A good example of a company who did not adapt their business is RadioShack. RadioShack went from the largest technology retailer to a memory because of changing technology. They sold answering machines, calculators, radios, computers and electronic organizers, all of which your smart phone, in one device, can now do.

Similarly, technology is forcing every energy company in America to change. At TVA, we need to be ahead of the game for the people of the Tennessee Valley.

What does the future power company look like?

From a physical makeup, consumers will see little difference. Electric wires will still come into your home or business. What those wires are connected to, however, may be completely different. In the not-too-distant future, your wires may be connected to electric vehicles, a personal solar or wind system that charges batteries or a personal technology that has not been invented yet.

Long term, we are thinking the future energy grid will continue to be the safety net if your home or business cannot generate its own power. That is a complete paradigm shift for the industry—and for consumers.

As technology changes and consumers are able to generate and possibly store their own energy, how does this shift the paradigm?

Most power bills are based on the amount of energy you use. It is simple—cut your usage and you cut your bill. As consumers use new energy efficient technologies, their bill naturally goes down because they are using less energy. And we are in a good place with that scenario.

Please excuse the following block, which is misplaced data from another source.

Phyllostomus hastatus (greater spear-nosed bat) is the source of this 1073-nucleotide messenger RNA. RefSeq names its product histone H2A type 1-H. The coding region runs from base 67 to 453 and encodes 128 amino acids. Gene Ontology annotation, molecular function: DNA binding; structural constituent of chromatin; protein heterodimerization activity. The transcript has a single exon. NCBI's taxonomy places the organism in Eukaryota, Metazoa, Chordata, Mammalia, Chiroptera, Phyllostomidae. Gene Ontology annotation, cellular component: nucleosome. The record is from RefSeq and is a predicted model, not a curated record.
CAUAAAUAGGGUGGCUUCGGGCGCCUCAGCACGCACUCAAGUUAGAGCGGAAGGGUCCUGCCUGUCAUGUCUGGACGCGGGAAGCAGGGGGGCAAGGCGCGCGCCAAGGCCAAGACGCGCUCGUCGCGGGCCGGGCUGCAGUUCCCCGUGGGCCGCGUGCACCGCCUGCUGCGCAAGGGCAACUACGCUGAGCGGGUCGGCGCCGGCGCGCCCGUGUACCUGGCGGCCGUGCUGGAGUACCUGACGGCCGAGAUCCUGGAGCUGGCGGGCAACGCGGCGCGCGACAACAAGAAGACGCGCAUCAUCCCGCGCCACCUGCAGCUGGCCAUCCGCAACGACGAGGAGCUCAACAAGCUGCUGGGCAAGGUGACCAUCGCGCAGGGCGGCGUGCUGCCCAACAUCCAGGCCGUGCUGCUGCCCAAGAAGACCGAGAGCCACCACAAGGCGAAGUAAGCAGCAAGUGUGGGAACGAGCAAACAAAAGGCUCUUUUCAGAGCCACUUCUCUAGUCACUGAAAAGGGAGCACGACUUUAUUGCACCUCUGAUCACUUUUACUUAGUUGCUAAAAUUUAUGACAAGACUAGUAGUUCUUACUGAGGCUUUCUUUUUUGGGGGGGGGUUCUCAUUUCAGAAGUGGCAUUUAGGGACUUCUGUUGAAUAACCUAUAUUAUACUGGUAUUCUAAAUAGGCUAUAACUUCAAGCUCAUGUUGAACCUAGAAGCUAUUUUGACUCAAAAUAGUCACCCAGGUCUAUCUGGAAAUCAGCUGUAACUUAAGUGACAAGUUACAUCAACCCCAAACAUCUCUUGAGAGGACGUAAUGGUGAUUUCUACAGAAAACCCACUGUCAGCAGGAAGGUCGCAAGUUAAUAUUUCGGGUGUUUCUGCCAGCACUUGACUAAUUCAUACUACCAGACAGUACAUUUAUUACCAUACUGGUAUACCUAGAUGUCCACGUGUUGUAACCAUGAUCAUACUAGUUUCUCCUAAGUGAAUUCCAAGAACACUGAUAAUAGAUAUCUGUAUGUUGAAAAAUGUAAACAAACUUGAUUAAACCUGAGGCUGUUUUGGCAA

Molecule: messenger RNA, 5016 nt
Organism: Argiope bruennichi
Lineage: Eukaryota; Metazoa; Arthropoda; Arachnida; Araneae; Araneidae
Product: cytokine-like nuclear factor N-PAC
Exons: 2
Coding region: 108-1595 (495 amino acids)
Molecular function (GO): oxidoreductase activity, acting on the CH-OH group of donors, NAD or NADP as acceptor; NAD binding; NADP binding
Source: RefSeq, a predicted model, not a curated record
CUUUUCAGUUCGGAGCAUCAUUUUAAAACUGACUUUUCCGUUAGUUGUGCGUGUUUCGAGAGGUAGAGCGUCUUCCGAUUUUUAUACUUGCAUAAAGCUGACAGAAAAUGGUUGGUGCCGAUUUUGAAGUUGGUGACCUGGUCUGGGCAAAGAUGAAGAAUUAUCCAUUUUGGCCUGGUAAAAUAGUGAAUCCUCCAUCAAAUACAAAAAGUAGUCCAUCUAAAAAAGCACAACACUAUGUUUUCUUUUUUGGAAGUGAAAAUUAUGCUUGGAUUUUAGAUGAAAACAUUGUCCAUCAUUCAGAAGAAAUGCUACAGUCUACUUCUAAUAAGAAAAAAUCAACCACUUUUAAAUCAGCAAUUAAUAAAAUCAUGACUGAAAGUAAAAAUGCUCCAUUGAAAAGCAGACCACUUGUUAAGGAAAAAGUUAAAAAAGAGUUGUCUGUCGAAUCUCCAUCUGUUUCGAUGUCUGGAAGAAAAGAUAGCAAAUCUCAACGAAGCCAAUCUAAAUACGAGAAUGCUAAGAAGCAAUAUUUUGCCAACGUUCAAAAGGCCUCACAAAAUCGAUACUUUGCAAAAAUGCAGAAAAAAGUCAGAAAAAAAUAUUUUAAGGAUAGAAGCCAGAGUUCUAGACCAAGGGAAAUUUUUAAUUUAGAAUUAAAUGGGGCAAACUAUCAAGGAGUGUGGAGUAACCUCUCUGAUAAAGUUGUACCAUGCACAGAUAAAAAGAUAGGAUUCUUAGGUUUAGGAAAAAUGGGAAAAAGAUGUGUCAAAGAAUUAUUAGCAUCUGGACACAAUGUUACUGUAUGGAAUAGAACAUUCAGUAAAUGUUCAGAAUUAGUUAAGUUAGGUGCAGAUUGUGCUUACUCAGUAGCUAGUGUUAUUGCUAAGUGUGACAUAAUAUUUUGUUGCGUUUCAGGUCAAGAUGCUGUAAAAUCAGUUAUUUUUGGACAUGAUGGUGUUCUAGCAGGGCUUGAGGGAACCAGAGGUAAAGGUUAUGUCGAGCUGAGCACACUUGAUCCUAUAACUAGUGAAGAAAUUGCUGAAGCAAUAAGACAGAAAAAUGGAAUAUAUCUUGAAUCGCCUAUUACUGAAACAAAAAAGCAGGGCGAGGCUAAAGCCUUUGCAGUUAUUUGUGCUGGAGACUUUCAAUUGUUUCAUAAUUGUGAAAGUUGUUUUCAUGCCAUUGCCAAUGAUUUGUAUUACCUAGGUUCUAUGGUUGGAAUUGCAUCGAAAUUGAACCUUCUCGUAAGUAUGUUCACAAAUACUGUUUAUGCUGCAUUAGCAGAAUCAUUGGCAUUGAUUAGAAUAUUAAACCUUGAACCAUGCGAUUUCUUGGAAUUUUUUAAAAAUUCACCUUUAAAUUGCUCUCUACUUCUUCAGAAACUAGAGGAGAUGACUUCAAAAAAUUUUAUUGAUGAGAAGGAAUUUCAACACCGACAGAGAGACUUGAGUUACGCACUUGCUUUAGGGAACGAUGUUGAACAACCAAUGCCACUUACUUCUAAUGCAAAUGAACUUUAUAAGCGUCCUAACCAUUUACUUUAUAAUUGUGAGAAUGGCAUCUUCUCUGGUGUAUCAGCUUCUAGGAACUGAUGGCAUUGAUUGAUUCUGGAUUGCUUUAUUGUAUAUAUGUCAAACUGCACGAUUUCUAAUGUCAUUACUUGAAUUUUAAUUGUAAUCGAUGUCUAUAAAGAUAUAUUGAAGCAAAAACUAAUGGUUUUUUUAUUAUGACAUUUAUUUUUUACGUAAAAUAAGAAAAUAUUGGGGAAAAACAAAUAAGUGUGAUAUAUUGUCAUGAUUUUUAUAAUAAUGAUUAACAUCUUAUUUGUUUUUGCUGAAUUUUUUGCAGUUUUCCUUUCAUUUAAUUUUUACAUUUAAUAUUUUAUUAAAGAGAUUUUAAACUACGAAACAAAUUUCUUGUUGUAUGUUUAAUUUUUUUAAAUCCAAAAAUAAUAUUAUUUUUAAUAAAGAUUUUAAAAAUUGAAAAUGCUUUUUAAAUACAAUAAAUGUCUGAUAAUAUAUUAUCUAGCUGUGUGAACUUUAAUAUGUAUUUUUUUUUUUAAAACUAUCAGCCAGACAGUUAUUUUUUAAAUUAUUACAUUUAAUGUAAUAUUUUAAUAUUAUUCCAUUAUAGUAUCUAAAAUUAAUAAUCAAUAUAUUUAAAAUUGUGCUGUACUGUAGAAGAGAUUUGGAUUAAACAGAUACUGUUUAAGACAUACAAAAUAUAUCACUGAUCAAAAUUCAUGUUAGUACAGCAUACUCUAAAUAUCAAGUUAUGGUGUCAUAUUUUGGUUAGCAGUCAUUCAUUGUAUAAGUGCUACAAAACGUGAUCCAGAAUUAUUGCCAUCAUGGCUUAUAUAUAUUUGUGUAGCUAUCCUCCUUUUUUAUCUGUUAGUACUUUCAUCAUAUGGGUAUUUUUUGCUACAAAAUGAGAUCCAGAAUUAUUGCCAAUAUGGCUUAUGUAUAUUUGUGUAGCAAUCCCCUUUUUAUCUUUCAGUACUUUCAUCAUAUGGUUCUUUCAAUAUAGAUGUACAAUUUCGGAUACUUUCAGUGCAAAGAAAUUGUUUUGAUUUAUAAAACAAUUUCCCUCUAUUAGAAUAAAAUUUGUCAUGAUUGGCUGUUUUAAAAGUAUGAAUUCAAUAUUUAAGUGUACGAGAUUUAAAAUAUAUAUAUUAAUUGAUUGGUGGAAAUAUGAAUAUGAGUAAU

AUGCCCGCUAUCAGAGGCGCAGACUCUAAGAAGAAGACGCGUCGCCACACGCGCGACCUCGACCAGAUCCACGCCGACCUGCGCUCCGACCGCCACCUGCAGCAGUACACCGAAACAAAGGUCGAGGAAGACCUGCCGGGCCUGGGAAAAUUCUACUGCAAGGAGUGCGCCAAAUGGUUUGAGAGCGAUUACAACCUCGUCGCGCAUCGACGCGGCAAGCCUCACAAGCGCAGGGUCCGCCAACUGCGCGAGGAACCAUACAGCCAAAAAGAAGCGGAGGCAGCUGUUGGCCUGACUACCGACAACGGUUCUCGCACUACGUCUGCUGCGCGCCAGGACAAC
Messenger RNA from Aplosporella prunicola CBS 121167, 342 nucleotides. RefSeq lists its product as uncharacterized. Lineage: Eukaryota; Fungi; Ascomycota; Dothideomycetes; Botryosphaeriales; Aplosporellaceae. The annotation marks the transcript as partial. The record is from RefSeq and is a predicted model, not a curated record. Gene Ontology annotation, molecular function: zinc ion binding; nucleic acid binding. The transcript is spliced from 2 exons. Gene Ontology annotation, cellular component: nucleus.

TVA is well positioned to absorb declining load growth as we have reduced costs by $800 million and invested about $16 billion in new technology that will lower our rates in the long run. Watts Bar 2 nuclear unit and Allen and Paradise combined cycle plants are great examples of investments that will continue to help lower costs. Between operations and maintenance and fuel costs, we have achieved almost $2 billion in savings per year, and we expect that to be sustainable.

Even with these actions, however, when technological advancements progress to the point where more homes and businesses use less and less electricity, our current pricing structure—based mainly on usage—would not cover the costs of maintaining the grid.  We need to recognize how important grid services are for those using new technology and ensure our pricing model protects the reliability and resilience the grid offers.